The Moxie mixes things up on Adams StreetWritten by Joel Sensenig | Managing Editor | email@example.com
It’s not easy blending art into its audience. Just ask Aggie Alt.
She and her husband, Jamie DeKay, recently opened The Moxie art house pub at 1205 Adams St. The establishment is equal parts art gallery, performance space, restaurant and bar.
The Moxie, which opened in January, is 25 years in the making. Alt, a performance artist herself, hoped to open such a business back then, but fell ill, moved away and operated other businesses instead, including a pizzeria and dinner theater. Through the years, she never lost her vision for The Moxie, a venue for a wide range of artists to display their work, as well as a comfortable place to enjoy the arts with food and beverage.
“It’s definitely a niche,” she said during an interview in the middle room of the establishment, located in an 1852 building next to Wesley’s Bar & Grill. “We’re finding repeatedly what an odd duck we are. Because we’ve got really good food, but we’re not a restaurant. We have, obviously, the bar, but I don’t necessarily want to be known as a bar. We are really an arts center that happens to have food and liquor.”
Work from local artists hangs up on The Moxie’s walls, all for sale. In its first couple of weeks in business, the business has hosted live theater performances, poetry readings, a blues open mic session and a comedy night.
“I really want to use this as a place where artists can not only mingle and hone their art, but that they can get exposure, make some money and find a home,” Alt said. “And then I also want to kind of blur that line between audience and performer. I want people who love the arts to not be intimidated by it, to feel that they can come in jeans and engage with the artist, whatever kind of art that is.”
Helping set the mood in The Moxie is its eclectic mix of furniture and décor: An old couch sits parallel to a vintage arcade-style bowling game Alt picked up at a garage sale. The game works perfectly and is available for patrons to use, free of charge. Her favorite piece is an old jukebox she purchased for $163 through an online auction. Among its album selections are Bob Seger’s “Live Bullet,” Bruce Springsteen’s “18 Tracks” and Tom Petty & the Heartbreakers’ “Greatest Hits.”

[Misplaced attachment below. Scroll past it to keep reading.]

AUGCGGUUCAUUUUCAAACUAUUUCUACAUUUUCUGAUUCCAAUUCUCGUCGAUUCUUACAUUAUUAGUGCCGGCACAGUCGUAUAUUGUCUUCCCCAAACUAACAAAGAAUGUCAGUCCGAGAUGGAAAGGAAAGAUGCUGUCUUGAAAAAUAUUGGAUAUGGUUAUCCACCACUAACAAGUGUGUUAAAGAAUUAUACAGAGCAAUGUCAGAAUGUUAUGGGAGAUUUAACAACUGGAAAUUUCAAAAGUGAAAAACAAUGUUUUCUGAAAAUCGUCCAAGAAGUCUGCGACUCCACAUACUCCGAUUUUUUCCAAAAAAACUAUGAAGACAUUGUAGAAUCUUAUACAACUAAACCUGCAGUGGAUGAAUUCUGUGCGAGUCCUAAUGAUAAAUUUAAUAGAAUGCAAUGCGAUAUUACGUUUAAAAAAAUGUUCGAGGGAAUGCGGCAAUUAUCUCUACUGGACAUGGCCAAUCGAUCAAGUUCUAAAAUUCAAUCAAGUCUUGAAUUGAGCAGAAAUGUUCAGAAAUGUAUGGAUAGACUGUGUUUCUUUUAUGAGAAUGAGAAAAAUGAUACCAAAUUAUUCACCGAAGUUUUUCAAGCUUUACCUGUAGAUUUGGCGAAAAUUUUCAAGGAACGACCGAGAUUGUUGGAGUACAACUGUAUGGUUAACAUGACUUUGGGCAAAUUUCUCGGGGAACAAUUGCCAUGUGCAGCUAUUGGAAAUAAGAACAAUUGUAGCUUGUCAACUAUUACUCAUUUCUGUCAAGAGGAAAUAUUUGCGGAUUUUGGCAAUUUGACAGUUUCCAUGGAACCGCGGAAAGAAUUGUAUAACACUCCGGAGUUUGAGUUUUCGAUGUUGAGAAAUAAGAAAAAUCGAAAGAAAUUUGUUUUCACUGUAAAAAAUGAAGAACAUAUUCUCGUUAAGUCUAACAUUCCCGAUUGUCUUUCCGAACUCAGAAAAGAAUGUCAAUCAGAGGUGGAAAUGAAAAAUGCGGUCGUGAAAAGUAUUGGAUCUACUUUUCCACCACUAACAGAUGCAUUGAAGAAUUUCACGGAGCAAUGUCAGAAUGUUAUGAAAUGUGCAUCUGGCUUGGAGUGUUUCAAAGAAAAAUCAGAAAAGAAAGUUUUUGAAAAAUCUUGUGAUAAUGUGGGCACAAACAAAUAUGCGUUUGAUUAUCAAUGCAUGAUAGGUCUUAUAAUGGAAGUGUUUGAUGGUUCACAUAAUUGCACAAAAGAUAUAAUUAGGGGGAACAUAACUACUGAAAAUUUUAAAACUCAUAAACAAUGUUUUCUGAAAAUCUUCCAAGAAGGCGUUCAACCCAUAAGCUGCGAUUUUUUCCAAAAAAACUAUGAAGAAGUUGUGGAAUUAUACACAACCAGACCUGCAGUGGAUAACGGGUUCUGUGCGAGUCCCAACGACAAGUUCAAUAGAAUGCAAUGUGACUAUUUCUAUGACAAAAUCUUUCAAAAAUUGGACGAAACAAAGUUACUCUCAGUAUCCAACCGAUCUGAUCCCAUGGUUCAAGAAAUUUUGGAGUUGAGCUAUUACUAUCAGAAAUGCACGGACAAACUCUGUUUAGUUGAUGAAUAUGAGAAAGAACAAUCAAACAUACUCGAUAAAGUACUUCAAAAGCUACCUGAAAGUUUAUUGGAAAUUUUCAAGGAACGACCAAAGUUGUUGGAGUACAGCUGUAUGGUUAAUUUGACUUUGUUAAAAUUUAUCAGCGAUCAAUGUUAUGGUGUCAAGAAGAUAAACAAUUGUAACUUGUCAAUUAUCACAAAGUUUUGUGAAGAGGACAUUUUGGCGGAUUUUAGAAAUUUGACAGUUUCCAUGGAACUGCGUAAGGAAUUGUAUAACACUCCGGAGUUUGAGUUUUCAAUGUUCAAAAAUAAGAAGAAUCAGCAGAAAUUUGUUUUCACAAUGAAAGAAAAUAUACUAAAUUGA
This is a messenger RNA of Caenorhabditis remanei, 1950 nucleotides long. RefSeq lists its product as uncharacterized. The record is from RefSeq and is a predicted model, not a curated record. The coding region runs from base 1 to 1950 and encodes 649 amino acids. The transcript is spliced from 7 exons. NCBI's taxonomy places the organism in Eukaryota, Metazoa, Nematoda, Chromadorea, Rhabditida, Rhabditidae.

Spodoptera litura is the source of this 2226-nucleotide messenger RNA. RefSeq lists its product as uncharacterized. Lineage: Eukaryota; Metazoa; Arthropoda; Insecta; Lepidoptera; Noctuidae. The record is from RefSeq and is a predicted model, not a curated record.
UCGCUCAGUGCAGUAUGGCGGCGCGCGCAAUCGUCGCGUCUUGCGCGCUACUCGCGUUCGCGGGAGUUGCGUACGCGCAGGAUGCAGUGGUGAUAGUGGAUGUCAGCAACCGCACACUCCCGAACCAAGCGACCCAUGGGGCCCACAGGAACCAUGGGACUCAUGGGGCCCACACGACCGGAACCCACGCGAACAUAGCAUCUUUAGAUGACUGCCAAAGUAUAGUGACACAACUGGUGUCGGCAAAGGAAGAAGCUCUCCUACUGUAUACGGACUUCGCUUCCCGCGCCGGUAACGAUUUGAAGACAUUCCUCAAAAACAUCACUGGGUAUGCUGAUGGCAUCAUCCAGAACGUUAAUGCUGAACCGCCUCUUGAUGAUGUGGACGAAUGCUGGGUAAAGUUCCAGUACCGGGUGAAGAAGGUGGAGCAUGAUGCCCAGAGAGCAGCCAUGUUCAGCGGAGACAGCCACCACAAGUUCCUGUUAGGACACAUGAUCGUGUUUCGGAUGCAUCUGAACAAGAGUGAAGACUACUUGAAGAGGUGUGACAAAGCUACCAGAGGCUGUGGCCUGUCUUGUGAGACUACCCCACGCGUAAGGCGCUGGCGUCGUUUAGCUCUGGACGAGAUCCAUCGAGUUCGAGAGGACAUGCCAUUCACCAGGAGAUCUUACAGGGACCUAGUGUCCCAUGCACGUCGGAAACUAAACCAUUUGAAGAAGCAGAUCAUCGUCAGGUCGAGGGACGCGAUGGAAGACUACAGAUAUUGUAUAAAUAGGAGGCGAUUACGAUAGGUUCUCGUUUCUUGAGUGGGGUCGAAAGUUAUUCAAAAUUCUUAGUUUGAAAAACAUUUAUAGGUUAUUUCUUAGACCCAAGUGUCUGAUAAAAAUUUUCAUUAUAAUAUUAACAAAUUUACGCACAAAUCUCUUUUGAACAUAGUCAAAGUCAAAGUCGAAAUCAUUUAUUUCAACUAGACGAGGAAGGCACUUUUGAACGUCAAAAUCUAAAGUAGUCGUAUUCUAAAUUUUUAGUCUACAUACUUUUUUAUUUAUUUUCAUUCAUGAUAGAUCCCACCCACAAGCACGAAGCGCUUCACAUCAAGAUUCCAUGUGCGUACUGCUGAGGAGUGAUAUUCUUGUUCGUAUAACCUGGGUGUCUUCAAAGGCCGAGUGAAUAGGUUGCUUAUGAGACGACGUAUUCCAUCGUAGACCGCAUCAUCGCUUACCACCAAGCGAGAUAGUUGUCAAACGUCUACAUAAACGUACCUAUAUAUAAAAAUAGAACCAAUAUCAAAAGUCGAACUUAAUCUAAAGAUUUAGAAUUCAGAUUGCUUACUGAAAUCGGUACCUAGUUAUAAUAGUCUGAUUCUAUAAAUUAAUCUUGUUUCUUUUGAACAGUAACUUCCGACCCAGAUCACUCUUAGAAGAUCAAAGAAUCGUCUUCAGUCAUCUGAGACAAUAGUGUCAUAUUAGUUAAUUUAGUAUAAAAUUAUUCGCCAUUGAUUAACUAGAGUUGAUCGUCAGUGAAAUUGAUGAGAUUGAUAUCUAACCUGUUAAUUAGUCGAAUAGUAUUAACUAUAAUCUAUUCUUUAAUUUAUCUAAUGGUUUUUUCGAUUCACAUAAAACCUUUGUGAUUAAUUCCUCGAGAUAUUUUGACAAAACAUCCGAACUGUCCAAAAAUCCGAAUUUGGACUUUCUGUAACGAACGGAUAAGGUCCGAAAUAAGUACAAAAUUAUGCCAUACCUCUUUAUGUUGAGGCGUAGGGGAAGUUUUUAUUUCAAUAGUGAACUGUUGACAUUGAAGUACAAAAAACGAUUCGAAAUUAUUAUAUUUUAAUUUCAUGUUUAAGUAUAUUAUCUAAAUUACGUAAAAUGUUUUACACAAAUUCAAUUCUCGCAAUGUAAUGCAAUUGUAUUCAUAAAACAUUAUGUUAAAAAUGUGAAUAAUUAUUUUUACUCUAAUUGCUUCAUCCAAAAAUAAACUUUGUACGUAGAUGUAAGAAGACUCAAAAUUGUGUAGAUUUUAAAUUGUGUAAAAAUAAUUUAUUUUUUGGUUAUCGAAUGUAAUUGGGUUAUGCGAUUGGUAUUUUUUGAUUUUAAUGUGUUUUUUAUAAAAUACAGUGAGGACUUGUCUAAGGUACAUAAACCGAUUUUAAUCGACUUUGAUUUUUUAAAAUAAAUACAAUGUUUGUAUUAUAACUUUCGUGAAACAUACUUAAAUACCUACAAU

“Other than some kitchen equipment, there’s nothing new in here,” she said proudly.
Alt, who has a background in nonprofit organizations, would eventually like to establish a program at The Moxie to teach art to inner-city children. Students from the nearby Toledo School for the Arts developed the establishment’s logo, and she hopes to be able to give back to those students by allowing them to show their work there.
“I think there’s a lot of talent out there who are 15-year-old kids,” she said. “How often do they get to perform somewhere? I think that’s important.”
Although The Moxie may not be your typical restaurant, that doesn’t mean its kitchen can’t hold its own in making the location a dining destination.
Chef Jeff Albright has concocted a small-but-diverse menu that leans heavily on creativity.
Starters ($4-$6) include “Bacon & Eggs” (deviled eggs topped with bacon jam); Caprese “kabobs” (fresh mozzarella, grape tomatoes and basil pesto); and a buffalo chicken plate (dip with celery sticks, crackers and Glacier Penta Creme blue cheese).
The Moxie “Picnic Board” ($10) is a choice of meats (smoked pancetta, duck salami, serrano ham and Borsellino Salami), cheeses (Glacier Penta Creme blue, aged gouda, fresh mozzarella, prairie breeze cheddar, manchego and Parmigiano-Reggiano) and gherkins, olives and cucumbers, served with artisan bread or gluten-free crackers, along with mustard or fig jam.
Pizza ($11) varieties include a pesto, Pacific rim, white and chef’s specialty.
“Jeff started out just giving me advice on food and then I made him stay,” Alt said. “He really took it to another level. The bacon jam made from scratch is to die for. He has a tomato soup that is vegan and gluten-free that is the best tomato soup you’ll ever have. … We’re actually getting people here where this is the destination for food, and that’s crazy.”
As for the kitchen hours?
“If we’re open, the kitchen’s open,” Alt said, adding the midnight to 1 a.m. time slot is a popular time for patrons to order pies.
Although it’s been a long time coming, Alt is pleased with what The Moxie has accomplished thus far.
“There are so many artists in this area that are so talented,” she said. “There are some outlets, but I think there are very few that mix medias, where an artist can work with a theater performance or a musician can warm up for a poetry [night]. I think that’s so important to have it be a hangout.”
When describing The Moxie’s appeal, Alt couldn’t come up with a better description than what an artist recently told her.
“She said, ‘This is the place that kids who used to put shows on in their backyard and grew up and still want to put shows on, can come here and still be that kid that puts shows on.’ That’s the concept,” Alt said.
Although the concept was hers, Alt does not shy away from giving credit to her neighbors on Adams Street for helping her business get up and running.
“Adams Street has been so supportive,” she said. “Bar owners have given me advice, things and loaned me their staff. To me, that’s just mind-boggling. That’s what is going to make Adams Street work, because it’s just an amazing group of young, aggressive business owners.”
The Moxie is open from 11 a.m. to 1 a.m. Tuesday through Friday; 4 p.m. to 1 a.m. Saturday; and closed Sunday and Monday. For more information, call (419) 982-8810 or visit The Moxie’s Facebook page.